While the importation of slaves was outlawed in this country in 1808, the trade remained legal in the Caribbean until much later and in Cuba until 1886.

Goldstein said in 1787, 73 of the 89 ships that departed Portland harbor were bound for the Caribbean. Following the repeal of the 1824 molasses tax, it was cheaper to make rum in Portland than it was in the Caribbean, he said. Portland supported seven rum distilleries and shipped out lumber, bricks and ice for the plantations in exchange for sugar, molasses and tropical fruit.

Matanza, a coastal community in Cuba, was built almost entirely from lumber from Maine, and cod caught off Maine waters was a key food source for the enslaved workforce, Goldstein said.

John Bundy Brown, a prominent businessman and real estate holder in Portland, gained much from of his wealth from the molasses industry, establishing in the 1840s the Portland Sugar Company that refined sugar from molasses shipped from the Caribbean. The refinery, located at Commercial and Maple streets, was one of only a few in the country and the largest building on the Portland waterfront. By the 1850s, it employed 1,000 workers. The building was destroyed in the Great Fire of 1866. It was rebuilt, but never found its pre-fire success.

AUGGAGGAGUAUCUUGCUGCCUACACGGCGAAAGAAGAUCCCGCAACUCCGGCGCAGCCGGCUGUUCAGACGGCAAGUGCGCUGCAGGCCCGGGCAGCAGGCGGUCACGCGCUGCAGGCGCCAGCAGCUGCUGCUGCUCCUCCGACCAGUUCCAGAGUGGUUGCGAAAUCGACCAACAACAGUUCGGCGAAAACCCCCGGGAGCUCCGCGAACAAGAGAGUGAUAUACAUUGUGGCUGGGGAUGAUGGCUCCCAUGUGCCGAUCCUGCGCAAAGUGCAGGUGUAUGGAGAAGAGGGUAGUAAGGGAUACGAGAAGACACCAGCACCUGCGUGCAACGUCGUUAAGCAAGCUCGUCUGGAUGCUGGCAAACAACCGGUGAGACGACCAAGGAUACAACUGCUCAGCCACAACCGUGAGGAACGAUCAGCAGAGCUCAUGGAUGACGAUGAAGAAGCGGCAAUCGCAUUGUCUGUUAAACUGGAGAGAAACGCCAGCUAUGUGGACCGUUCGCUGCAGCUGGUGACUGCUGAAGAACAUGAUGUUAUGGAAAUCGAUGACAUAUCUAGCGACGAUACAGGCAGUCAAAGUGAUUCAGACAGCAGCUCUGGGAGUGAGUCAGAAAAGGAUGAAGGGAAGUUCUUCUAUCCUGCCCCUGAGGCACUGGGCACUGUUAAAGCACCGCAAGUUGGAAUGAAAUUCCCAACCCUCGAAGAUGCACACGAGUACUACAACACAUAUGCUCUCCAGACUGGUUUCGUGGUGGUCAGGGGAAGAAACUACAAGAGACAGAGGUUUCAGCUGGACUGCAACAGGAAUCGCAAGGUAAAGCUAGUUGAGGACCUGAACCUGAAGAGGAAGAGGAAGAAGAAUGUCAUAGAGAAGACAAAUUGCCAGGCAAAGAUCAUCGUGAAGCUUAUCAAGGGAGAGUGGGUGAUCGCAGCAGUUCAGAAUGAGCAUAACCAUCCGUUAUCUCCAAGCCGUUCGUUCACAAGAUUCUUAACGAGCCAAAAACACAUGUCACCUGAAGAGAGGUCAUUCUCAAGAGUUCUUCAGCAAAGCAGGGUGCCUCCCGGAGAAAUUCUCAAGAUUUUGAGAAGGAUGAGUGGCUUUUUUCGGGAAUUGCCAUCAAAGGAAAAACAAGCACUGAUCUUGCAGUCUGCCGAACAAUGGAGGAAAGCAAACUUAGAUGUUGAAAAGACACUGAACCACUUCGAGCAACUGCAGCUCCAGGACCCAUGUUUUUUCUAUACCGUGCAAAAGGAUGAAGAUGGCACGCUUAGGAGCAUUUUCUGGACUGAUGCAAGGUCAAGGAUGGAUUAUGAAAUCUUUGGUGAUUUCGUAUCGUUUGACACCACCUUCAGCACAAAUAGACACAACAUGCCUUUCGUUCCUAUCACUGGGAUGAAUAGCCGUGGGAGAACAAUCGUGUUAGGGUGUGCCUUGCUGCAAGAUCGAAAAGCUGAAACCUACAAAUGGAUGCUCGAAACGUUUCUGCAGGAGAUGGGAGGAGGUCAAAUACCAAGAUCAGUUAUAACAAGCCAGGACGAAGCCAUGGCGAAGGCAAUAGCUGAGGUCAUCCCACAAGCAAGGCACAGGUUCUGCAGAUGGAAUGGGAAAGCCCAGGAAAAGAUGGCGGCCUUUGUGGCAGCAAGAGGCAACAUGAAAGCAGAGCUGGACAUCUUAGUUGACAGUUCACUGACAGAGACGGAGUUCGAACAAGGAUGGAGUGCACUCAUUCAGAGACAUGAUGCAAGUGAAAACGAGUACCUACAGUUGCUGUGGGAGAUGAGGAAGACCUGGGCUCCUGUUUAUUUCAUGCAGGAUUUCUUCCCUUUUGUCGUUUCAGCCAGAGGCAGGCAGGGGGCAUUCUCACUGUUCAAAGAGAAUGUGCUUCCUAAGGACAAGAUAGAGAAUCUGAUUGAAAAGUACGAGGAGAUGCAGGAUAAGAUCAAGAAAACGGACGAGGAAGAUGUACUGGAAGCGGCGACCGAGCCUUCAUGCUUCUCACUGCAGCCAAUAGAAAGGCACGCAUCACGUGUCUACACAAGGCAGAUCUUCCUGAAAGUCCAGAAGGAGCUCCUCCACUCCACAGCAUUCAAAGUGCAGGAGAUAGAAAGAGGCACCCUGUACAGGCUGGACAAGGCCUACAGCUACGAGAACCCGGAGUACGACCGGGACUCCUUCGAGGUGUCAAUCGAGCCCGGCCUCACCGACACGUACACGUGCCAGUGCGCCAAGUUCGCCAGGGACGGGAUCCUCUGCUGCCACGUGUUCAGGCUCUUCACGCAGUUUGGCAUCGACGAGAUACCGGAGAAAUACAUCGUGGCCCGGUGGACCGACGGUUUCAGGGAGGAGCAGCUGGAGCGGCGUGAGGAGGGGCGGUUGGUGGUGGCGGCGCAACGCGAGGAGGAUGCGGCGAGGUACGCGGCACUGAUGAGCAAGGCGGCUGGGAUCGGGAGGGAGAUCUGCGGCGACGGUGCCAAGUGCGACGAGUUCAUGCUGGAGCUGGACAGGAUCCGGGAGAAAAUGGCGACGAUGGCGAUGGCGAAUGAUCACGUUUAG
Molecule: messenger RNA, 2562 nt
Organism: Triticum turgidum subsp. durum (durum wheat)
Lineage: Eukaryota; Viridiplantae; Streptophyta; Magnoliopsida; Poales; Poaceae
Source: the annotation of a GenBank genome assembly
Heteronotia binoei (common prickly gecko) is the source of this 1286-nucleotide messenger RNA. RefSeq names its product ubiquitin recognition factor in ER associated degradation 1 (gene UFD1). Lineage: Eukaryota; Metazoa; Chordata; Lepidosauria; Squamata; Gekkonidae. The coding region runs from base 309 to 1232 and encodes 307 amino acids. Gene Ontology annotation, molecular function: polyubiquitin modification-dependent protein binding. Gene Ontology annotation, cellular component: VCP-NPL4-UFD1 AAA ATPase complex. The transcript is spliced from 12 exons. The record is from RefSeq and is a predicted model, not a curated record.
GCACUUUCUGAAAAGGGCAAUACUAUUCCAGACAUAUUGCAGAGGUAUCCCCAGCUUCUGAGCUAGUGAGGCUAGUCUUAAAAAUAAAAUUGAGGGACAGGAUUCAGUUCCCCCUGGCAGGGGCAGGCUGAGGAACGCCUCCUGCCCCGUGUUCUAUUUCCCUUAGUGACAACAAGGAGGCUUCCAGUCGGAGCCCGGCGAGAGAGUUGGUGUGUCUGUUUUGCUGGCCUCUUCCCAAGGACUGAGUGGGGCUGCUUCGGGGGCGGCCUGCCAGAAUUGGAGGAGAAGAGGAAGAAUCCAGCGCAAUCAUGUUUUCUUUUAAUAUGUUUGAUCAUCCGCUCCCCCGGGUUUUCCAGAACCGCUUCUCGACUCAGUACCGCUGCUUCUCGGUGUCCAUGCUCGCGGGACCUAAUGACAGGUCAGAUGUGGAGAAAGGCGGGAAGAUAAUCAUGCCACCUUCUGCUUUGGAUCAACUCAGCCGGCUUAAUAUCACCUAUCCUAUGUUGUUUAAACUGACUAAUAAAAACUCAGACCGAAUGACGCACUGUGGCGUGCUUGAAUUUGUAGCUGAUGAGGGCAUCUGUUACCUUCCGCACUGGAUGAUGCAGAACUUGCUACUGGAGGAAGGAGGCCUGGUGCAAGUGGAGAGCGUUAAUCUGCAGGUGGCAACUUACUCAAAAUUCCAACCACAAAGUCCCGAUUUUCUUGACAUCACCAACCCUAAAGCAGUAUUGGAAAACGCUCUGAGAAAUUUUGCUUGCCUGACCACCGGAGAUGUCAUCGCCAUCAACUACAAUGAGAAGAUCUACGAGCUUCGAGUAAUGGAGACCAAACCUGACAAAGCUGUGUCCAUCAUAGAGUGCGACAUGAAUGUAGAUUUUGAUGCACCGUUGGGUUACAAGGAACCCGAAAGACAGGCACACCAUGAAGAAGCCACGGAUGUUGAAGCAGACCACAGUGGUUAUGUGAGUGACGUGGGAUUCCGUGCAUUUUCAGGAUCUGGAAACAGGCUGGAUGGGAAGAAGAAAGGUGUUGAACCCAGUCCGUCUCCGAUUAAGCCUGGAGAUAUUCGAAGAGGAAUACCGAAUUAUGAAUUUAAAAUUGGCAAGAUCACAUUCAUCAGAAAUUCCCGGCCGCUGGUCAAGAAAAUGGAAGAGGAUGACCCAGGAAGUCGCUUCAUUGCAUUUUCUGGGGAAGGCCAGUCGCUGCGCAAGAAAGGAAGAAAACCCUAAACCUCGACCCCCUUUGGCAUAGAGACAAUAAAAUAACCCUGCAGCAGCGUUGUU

Brown also built the former Falmouth Hotel, at 212 Middle St., and The Bramhall, a large estate near Vaughan Street in the West End, among other buildings. He sold some of the hundreds of acres of West End land he owned to rich friends who constructed large homes of their own.

“It is important for us to remember many of these buildings were built off the backs of enslaved African labor,” Goldstein said.


As Brown was starting his sugar refinery, Portland was becoming “an important stop on the Underground Railroad,” Goldstein said, especially after the enactment of the Fugitive Slave Act of 1850. Because the act dictated that slaves captured in northern states be returned to their owners in the South, the runaways weren’t truly safe until they crossed into Canada.